Inclusion-Body Myositis (IBM)

Survey for People with IBM Reports Early Findings

Investigators conducting an online survey launched in January 2013 to gather anonymous information from people with inclusion-body myositis (IBM) are now reporting preliminary results and are asking the original respondents to complete a short supplementary survey.

BMD, IBM: Outcome Measures Study Seeks Participants

A study to determine the best outcome measures — ways to evaluate the effects of a treatment — for use in clinical studies in Becker muscular dystrophy (BMD) and sporadic (nongenetic) inclusion-body myositis (sIBM) is underway at Nationwide Children's Hospital in Columbus, Ohio, under the supervision of neurologist Jerry Mendell working with physical therapists Linda Lowes and

BMD, IBM: Preliminary Findings in Follistatin Gene Transfer Study Promising

Preliminary results from a trial to test the safety of injecting follistatin genes into the thigh muscles of adults with Becker muscular dystrophy (BMD)or sporadic (nongenetic) inclusion-body myositis (sIBM) suggest that the experimental therapeutic approach is safe in both types of patients

IBM: Novartis Drug Gets Breakthrough Therapy Designation from FDA

Multinational pharmaceutical company Novartis has received breakthrough therapy designation from the U.S. Food and Drug Administration (FDA) for BYM338, an experimental drug it is developing to treat sporadic inclusion-body myositis (IBM).

‘Focused, Intense’ MDA Conference Advances Neuromuscular Disease Research

Turning neuromuscular disease research into treatments as quickly and effectively as possible was the overarching theme of dozens of formal presentations, nearly 200 scientific posters, and countless informal conversations at the MDA Scientific Conference, April 21-24.

A palpable sense of excitement pervaded the sold-out event thanks to the unprecedented number of experimental treatments in clinical trials for neuromuscular diseases, and the unique opportunity the conference provided for information-sharing and collaboration among scientific professionals from many disciplines.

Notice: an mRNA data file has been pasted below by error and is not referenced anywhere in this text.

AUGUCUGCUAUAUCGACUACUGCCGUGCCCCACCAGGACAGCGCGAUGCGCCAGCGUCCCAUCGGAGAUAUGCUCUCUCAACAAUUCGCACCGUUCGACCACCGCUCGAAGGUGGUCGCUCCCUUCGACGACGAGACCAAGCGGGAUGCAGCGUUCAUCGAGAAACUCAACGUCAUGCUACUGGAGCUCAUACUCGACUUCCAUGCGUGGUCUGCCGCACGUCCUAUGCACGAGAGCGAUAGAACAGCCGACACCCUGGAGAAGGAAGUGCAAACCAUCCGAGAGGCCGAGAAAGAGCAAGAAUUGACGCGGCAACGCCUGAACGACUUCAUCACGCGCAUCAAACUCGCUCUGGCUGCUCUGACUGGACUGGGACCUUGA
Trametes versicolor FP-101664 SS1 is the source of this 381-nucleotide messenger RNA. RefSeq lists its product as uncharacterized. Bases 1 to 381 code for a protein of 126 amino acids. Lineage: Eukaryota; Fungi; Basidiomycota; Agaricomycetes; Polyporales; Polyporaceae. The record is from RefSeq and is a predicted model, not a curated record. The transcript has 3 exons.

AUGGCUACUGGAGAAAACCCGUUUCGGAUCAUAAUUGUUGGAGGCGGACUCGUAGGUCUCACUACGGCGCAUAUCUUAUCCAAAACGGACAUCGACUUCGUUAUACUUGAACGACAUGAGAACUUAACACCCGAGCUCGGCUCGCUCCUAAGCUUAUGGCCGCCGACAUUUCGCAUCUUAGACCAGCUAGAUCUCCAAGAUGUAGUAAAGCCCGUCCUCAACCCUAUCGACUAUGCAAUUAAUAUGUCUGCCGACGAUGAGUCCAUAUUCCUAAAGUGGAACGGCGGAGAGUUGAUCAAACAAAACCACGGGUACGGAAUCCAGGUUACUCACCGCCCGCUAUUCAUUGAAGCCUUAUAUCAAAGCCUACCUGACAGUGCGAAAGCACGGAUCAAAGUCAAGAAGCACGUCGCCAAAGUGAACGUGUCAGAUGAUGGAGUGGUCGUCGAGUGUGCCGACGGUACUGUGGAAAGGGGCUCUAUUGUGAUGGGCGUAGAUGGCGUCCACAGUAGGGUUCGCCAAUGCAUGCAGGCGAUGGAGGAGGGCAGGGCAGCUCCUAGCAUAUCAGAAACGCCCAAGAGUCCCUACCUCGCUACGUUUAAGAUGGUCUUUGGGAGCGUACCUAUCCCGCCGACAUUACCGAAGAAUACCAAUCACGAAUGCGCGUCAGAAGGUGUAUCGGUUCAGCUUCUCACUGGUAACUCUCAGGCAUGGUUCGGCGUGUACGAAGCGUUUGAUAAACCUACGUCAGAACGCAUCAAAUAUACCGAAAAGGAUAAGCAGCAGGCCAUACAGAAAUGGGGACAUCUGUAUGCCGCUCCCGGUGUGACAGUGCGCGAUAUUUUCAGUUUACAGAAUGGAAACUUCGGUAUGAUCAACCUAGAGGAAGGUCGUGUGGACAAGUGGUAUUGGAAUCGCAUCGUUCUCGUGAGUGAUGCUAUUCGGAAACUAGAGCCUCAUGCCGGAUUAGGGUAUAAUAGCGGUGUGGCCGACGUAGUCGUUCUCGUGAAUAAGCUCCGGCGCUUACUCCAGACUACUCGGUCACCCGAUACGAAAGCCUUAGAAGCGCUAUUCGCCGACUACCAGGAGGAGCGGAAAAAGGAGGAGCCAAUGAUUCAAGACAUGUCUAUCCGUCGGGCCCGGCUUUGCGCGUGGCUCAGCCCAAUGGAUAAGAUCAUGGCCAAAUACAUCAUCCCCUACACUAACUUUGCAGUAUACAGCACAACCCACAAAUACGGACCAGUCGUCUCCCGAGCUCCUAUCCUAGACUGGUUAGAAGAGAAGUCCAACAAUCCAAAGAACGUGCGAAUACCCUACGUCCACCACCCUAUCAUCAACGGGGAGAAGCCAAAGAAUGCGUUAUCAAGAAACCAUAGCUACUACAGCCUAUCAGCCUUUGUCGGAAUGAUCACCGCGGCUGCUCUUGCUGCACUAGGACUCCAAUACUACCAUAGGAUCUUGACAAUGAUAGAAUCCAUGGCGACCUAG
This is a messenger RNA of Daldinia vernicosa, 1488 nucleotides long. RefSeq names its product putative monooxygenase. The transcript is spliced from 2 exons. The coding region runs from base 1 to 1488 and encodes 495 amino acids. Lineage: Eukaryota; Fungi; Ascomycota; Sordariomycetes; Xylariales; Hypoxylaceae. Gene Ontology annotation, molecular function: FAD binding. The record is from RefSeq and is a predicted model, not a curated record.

New Guidelines on Genetic Testing in Children

As scientists learn more about what our DNA can tell us about health and disease, public interest has intensified and genetic testing has become increasingly common. In response, the American Academy of Pediatrics (AAP) and the American College of Medical Genetics and Genomics (ACMG) have released new guidelines to address updated technologies and new uses of genetic testing and screening in children.

$13.6 Million in New MDA Grants Promote Understanding, Treatment of Neuromuscular Diseases

The Muscular Dystrophy Association has awarded 44 new grants totaling $13.6 million to advance the understanding and treatment of neuromuscular diseases. The new grants, most of which took effect Feb. 1, encompass a range of diseases covered by MDA’s research program, and they support innovative approaches to basic research and new drug development.

In addition to addressing 16 specific neuromuscular diseases under MDA’s umbrella, the grants also fund research into muscular dystrophy in general, and research into muscle physiology related to neuromuscular disease.

ALS, IBM — Eric Ross, Ph.D.

Eric Ross, associate professor of biochemistry and molecular biology at Colorado State University in Fort Collins, was awarded an MDA research grant totaling $363,000 over a period of three years to study proteins whose aggregation causes neurodegeneration.

ALS, IBM — Hong Joo Kim, Ph.D.

Hong Joo Kim, a postdoctoral fellow at St. Jude Children’s Research Hospital in Memphis, Tenn., was awarded an MDA development grant totaling $180,000 over a period of three years to study new genes for a newly recognized disorder called multisystem proteinopathy (MSP).

ALS, IBM — Benoit Coulombe, Ph.D.

Benoit Coulombe, director of the Proteomics and Gene Transcription Laboratory at the University of Montréal in Quebec, Canada, was awarded an MDA research grant totaling $377,067 over a period of three years to study the regulation of a protein whose gene, when mutated, can cause amyotrophic lateral sclerosis (ALS) and inclusion-body myositis (IBM).

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